Threats to Stare Decisis: The Consistency Problem
This is the second post excerpting from my paper on stare decisis in Canadian administrative law for the Canadian Institute for the Administration of Justice’s 2015 National Roundtable on Administrative Law (Moncton, Friday, May 22*): Consistency in Tribunal Decision-Making. You can read the first and second posts here and here.
* This event will be rescheduled for the Fall.
The administrative-law approach to stare decisis comes under stress where there is a temptation for courts to harmonize inconsistent lines of administrative decisions.
Some inconsistencies are worse than others. A “true operational conflict”, where an individual is faced with two conflicting orders from different bodies, can only be resolved by a higher body, usually a reviewing court. But true operational conflict is not a challenge to the subtle application of stare decisis in administrative law. The conflict can be resolved by determining which of the two decisions should prevail, an inquiry which does not invite a reviewing court to answer any question of interpretation de novo: it can remain above the fray by deducing which interpretation should prevail from the relevant statutory provisions.
Pressure is really exerted when two panels or two members of the same decision-making body interpret the law differently, or (to a much lesser extent) when the same legal concept is treated differently in different regulatory settings. Some ‘core’ cases may arise – especially in the former category – in which most lawyers would instinctively agree that judicial intervention would be appropriate. It would surely be reviewable error for a decision-maker to treat two identically situated parties differently. From there, it is a small step to the position that differential treatment by two decision-makers is also reviewable error: for if the decision to grant a permit or issue a benefit depends on which door an individual chooses when she arrives for a hearing, the outcome of the administrative process might as well depend on the flip of a coin.
Even if there is no “true operational conflict” in these situations, there is nonetheless a problem: “it seems incompatible with the rule of law that two contradictory interpretations of the same provision of a public statute, by which citizens order their lives, could both be accepted as reasonable”. Indeed, “a public statute that applies equally to all affected citizens should have a universally accepted interpretation”. It has been said, therefore, that these situations require either judicial intervention, because the inconsistency raises a question of law central to the administration of justice, or strict judicial scrutiny.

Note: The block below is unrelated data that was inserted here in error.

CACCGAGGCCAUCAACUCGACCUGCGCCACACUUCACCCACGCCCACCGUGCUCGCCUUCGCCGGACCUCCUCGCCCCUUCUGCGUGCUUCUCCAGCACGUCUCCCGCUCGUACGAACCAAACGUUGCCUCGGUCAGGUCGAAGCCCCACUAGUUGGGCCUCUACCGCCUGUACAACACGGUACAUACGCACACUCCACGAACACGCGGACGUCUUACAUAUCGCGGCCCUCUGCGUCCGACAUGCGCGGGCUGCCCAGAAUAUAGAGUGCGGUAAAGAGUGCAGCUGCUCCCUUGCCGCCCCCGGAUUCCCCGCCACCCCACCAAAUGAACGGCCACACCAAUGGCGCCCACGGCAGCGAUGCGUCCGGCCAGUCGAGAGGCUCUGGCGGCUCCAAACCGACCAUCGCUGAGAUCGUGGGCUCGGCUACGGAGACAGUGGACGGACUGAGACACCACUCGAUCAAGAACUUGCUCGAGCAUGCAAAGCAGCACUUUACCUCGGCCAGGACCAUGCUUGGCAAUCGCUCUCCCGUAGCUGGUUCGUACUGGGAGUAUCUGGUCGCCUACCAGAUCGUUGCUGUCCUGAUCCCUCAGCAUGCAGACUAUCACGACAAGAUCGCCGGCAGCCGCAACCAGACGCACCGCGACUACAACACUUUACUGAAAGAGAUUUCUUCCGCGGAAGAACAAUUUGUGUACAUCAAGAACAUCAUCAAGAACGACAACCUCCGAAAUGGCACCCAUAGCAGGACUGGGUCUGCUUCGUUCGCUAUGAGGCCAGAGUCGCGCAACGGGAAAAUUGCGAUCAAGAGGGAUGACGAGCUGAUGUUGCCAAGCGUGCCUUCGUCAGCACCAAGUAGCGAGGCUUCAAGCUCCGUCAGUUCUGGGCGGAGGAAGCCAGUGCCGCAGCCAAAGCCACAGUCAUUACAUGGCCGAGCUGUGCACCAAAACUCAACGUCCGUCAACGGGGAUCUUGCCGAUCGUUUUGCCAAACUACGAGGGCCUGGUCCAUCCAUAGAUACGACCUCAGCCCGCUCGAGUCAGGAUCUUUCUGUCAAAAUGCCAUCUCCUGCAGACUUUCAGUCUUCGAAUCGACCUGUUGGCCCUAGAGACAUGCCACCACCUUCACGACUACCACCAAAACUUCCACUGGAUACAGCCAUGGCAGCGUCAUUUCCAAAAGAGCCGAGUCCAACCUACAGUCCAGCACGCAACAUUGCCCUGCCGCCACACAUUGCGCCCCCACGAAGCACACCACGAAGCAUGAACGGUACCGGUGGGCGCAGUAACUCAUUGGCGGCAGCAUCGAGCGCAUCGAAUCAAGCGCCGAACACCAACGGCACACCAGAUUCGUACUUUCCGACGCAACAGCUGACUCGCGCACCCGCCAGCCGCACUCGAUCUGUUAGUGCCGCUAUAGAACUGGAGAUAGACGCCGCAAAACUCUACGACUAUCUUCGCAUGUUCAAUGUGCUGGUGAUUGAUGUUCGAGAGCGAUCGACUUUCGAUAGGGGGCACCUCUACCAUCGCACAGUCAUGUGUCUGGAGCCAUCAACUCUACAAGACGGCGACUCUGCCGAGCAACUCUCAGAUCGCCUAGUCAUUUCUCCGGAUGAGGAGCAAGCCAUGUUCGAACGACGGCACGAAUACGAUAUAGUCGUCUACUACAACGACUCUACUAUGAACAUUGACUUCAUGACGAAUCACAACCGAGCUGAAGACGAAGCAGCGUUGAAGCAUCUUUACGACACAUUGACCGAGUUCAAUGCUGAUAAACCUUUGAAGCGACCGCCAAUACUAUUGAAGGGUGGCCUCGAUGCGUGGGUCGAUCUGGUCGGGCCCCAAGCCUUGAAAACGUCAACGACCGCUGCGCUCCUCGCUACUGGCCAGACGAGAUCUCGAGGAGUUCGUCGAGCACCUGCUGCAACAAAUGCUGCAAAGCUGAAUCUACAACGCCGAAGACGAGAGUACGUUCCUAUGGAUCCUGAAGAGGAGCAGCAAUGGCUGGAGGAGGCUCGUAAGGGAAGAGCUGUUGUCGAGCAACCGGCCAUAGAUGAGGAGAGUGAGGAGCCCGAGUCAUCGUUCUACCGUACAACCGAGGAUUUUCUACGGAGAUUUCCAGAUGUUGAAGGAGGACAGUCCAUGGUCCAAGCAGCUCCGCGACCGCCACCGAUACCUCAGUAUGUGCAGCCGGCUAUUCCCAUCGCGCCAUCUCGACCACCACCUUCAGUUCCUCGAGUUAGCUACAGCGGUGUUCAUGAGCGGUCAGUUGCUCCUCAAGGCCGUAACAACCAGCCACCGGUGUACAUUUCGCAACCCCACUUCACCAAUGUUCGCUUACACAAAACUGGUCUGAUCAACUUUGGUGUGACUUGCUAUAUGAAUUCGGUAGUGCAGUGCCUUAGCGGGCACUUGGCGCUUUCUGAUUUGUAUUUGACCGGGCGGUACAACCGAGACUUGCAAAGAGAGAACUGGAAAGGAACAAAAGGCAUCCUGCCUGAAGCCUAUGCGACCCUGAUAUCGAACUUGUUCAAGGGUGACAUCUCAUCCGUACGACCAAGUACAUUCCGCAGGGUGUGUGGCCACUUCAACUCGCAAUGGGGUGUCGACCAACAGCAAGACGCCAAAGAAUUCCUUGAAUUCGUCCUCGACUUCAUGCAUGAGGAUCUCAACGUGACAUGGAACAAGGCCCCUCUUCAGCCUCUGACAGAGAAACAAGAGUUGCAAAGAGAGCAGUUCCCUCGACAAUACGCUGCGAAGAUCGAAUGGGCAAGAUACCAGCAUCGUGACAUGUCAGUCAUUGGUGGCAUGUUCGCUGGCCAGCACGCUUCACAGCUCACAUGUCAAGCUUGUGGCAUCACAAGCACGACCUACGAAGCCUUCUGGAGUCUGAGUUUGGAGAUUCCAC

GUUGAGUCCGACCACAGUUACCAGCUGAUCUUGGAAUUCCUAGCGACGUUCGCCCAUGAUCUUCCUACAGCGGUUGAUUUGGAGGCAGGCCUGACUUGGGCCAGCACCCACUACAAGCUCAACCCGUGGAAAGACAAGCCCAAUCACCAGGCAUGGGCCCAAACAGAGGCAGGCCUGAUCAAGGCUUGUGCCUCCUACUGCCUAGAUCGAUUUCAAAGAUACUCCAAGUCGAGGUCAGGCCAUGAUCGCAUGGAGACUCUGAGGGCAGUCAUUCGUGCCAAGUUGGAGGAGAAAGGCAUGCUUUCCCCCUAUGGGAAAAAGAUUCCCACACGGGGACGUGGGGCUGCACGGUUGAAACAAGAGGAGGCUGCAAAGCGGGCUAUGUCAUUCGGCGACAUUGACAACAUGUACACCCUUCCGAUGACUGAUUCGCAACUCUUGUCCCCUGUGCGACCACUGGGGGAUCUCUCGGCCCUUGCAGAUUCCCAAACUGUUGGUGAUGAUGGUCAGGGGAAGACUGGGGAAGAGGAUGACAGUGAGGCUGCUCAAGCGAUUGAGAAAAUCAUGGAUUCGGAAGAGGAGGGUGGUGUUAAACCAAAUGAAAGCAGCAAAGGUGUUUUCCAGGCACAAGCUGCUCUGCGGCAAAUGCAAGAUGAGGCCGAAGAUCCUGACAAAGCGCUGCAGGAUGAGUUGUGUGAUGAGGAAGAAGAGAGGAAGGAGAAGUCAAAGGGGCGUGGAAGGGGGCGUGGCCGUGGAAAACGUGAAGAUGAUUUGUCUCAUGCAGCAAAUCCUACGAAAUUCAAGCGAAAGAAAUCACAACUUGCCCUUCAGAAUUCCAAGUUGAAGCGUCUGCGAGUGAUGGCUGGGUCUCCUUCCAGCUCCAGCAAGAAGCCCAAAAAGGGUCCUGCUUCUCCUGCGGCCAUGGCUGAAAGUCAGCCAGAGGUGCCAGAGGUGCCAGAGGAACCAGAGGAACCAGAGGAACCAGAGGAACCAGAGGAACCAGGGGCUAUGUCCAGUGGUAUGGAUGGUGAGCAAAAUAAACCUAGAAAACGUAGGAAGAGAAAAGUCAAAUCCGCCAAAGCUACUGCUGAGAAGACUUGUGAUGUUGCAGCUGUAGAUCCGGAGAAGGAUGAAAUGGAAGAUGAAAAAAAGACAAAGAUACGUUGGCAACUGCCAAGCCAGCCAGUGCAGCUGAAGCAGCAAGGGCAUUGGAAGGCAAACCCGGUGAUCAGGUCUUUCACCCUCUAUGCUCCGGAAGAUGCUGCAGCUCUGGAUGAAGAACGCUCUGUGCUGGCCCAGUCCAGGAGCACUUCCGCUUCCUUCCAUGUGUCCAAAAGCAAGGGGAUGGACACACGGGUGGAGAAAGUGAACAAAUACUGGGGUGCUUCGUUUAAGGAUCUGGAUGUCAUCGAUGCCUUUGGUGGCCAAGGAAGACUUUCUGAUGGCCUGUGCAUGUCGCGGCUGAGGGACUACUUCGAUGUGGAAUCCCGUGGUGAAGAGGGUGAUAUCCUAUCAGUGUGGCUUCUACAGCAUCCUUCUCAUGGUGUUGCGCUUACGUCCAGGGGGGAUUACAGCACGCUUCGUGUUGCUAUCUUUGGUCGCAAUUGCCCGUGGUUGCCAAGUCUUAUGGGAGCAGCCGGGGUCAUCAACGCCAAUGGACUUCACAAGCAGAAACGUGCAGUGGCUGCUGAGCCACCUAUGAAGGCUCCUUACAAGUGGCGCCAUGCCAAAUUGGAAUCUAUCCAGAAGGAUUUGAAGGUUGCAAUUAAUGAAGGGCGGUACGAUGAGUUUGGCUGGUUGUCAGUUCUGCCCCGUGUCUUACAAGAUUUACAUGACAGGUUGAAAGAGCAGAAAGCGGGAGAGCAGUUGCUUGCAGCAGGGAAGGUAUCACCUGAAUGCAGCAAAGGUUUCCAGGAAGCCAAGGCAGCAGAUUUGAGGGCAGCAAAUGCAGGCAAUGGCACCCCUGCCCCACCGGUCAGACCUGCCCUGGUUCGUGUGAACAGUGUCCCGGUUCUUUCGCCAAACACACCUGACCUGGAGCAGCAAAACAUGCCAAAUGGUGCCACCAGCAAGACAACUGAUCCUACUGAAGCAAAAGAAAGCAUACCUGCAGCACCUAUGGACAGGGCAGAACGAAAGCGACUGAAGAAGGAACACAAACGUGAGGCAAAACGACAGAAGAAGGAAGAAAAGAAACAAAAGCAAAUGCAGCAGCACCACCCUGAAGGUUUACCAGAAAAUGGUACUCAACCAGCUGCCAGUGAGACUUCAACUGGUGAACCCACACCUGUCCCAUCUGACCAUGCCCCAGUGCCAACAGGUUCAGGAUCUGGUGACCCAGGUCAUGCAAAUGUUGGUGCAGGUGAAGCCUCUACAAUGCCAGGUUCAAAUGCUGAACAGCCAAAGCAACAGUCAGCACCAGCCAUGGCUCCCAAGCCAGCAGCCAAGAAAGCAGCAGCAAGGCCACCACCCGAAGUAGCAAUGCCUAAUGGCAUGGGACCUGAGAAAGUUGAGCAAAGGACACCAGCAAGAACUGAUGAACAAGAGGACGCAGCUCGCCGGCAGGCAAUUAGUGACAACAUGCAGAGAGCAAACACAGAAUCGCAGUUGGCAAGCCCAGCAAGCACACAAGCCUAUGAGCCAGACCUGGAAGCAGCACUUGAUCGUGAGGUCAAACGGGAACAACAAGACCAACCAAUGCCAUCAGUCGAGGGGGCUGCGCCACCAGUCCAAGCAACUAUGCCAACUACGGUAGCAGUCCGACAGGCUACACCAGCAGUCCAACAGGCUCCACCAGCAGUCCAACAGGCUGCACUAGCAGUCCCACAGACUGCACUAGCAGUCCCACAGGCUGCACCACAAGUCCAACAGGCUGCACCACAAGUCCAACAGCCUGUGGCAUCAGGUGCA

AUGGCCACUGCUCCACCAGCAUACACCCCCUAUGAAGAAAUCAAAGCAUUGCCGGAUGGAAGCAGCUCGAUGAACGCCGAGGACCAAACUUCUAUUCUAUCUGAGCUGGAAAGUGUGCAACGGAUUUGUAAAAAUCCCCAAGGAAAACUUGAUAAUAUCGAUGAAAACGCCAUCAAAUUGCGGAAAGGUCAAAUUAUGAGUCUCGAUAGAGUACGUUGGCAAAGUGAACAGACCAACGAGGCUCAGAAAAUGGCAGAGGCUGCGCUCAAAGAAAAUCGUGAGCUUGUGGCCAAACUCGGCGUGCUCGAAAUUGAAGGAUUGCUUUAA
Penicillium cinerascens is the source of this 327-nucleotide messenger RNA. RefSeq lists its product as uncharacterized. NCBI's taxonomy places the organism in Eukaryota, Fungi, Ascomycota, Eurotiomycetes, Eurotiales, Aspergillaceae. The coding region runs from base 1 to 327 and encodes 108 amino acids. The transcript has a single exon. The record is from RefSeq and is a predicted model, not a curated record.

This pressure should generally be resisted. It is not for courts to impose consistency from on high, thereby compromising “the decision‑making freedom and independence” of administrative decision-makers; rather, these bodies “have the power to resolve such conflicts themselves”. Administrative decision-makers should be permitted to work inconsistencies pure. It is up to them, “par concertation interne ou autrement, de résoudre la difficulté et de préserver une cohérence suffisante dans ses processus de décision”. The rule of law is not a trump card to be played when there is judicial disquiet about inconsistent administrative decision-making.
To the argument that “persistent discord” between decision-makers on the correct interpretation of a statutory provision requires resort to the superior courts as ‘tie-breakers’, L’Heureux-Dubé J. had a powerful response:
[L]imiting this type of review to serious and unquestionable jurisprudential conflicts would not, by itself, remove all difficulty. There are undoubtedly clear cases of inconsistency where the dictates of equality and consistency in the application of the law will have full effect. I am far from certain, however, that only those cases will come before the courts…[I]s the fact that two bodies interpret the same legislative provision differently, but in the particular context of the jurisdiction of each, one in a penal and the other in an administrative matter, a “conflict in decisions”? What about an isolated decision conflicting with a consistent line of authority? Must a jurisprudential conflict “continue” before being brought to the attention of the courts? If so, how is the quantitative and temporal threshold to be determined?